Edited by Sandra Ristovska and Monroe Price, Visual Imagery and Human Rights Practice examines the interplay between images and human rights, addressing how, when, and to what ends visuals are becoming a more central means through which human rights claims receive recognition and restitution. The collection argues that accounting for how images work on their own terms is an ever more important epistemological project for fostering the imaginative scope of human rights and its purchase on reality. Interdisciplinary in nature, this timely volume brings together voices of scholars and practitioners from around the world, making a valuable contribution to the study of media and human rights while tackling the growing role of visuals across cultural, social, political and legal structures.
This is the seventh title in the Palgrave/IAMCR book series Global Transformations in Media and Communication Research and will be of great interest to scholars of media and social movements studies as well as of contemporary politics.
Sandra Ristovska is Assistant Professor in Media Studies at the College of Media, Communication and Information at the University of Colorado Boulder, USA.
Monroe Price is Professor at the Annenberg School for Communication at the University of Pennsylvania, USA, and was director of its Center for Global Communication Studies.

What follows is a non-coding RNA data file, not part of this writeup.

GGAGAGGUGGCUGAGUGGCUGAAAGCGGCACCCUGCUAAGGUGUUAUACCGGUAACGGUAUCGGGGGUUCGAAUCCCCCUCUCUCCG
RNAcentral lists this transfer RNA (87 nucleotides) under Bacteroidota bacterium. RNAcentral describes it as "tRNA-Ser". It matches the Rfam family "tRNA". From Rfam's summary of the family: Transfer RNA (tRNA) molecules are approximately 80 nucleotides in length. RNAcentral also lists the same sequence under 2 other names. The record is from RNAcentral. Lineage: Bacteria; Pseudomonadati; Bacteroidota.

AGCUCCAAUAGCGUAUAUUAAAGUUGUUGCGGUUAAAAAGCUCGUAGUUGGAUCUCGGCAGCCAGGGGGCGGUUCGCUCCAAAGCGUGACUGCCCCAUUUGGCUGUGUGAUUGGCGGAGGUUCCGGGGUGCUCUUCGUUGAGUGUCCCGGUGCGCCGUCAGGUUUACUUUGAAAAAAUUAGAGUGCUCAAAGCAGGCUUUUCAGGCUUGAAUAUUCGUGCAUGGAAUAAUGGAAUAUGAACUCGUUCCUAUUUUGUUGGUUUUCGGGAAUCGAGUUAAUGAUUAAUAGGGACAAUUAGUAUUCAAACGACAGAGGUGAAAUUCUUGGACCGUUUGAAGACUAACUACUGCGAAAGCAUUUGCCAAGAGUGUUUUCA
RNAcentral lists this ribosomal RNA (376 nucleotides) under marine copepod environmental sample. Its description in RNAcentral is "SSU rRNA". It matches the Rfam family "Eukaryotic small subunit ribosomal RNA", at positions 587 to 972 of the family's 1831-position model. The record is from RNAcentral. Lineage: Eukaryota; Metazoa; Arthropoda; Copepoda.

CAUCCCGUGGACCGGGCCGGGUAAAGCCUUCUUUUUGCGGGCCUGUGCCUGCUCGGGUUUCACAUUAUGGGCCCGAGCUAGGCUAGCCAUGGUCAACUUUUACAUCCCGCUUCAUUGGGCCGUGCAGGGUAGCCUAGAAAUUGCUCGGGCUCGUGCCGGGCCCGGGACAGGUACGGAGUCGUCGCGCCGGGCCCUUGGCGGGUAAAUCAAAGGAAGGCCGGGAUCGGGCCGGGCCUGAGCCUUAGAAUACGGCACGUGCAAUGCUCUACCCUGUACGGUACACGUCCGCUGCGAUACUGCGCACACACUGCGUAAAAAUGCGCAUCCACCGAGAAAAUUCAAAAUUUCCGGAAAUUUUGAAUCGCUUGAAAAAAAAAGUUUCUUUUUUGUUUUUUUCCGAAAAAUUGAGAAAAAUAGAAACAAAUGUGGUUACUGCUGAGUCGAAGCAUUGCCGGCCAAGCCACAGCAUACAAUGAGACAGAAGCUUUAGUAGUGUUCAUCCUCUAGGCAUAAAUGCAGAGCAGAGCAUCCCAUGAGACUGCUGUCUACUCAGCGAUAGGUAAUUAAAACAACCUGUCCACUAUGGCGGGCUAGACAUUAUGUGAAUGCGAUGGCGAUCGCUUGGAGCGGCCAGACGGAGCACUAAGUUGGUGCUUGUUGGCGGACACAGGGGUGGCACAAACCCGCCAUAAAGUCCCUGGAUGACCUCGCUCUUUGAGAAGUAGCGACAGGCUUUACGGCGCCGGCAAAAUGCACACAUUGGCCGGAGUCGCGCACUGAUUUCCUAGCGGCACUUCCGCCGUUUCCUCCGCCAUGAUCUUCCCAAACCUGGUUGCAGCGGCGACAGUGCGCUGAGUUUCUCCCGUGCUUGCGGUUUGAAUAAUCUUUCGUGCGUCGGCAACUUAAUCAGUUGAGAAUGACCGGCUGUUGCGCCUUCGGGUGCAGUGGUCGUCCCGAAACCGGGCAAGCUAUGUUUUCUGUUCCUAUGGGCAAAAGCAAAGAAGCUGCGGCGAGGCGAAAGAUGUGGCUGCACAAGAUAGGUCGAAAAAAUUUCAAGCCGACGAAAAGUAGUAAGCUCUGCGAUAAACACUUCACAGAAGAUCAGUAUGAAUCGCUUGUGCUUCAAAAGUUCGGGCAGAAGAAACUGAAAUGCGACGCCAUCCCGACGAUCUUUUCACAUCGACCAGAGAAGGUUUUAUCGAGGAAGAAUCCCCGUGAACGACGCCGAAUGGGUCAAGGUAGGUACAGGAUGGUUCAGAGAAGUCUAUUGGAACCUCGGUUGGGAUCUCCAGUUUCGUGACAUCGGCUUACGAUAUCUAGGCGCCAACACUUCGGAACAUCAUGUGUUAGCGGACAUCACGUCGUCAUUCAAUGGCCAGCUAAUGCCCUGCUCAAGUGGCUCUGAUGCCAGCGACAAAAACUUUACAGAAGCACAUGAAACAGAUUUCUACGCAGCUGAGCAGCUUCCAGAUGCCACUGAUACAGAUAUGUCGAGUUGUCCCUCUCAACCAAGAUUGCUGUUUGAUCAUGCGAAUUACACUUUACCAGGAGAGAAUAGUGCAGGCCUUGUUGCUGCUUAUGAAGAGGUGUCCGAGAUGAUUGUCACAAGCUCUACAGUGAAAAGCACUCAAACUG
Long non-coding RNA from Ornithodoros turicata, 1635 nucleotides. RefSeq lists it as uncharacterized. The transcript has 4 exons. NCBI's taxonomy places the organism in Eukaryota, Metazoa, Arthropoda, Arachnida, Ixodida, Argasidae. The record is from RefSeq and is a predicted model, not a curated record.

Both are members of IAMCR, as are many of the chapter authors.
This is the seventh title in the Palgrave/IAMCR book series Global Transformations in Media and Communication Research.
IAMCR members are entitled to a special 35% discount on all titles in the series. If you are a member of IAMCR, email GlobalTransformations@iamcr.org with "global transformations discount" as the subject of your message for details on how to get your discount.
Table of Contents
Images and Human Rights
Ristovska, Sandra and Price, Monroe
50 Years of Documentation: A Brief History of the Audiovisual Documentation of the Israeli Occupation
Drones, Camera Innovations and Conceptions of Human Rights
A Convergence of Visuals: Geospatial and Open Source Analysis in Human Rights Documentation
The Rise of GEOINT: Technology, Intelligence and Human Rights
Walker, James R.
Technology’s Continuum: Body Cameras, Data Collection and Constitutional Searches
Simon Srebnik: Narratives of a Holocaust Survivor
Re-archiving Mass Atrocity Records by Involving Affected Communities in Postwar Bosnia and Herzegovina
Communicating Justice in Film: The Limitations of an Unlimited Field
Photography as a Platform for Transitional Justice: Peru’s Case
Sexual Violence in the Field of Vision
Art and Human Rights in the Constitutional Court of South Africa
A Change of Perspective: Aerial Photography and “the Right to the City” in a Palestinian Refugee Camp
Martinez Mansell, Claudia
Contested Visualities: Courage and Fear in the Portrayal of Rio de Janeiro’s Favelas
Ubiquitous Witnessing in Human Rights Activism
Answering the Smartphones: Citizen Witness Activism and Police Public Relations
Bock, Mary Angela
How Newsrooms Use Eyewitness Media
Imaginative Thinking and Human Rights
The above text is from the publisher's description of the book.
Title: Visual Imagery and Human Rights Practice
Editors: Sandra Rstovska and Monroe Price
Publisher: Palgrave Macmillan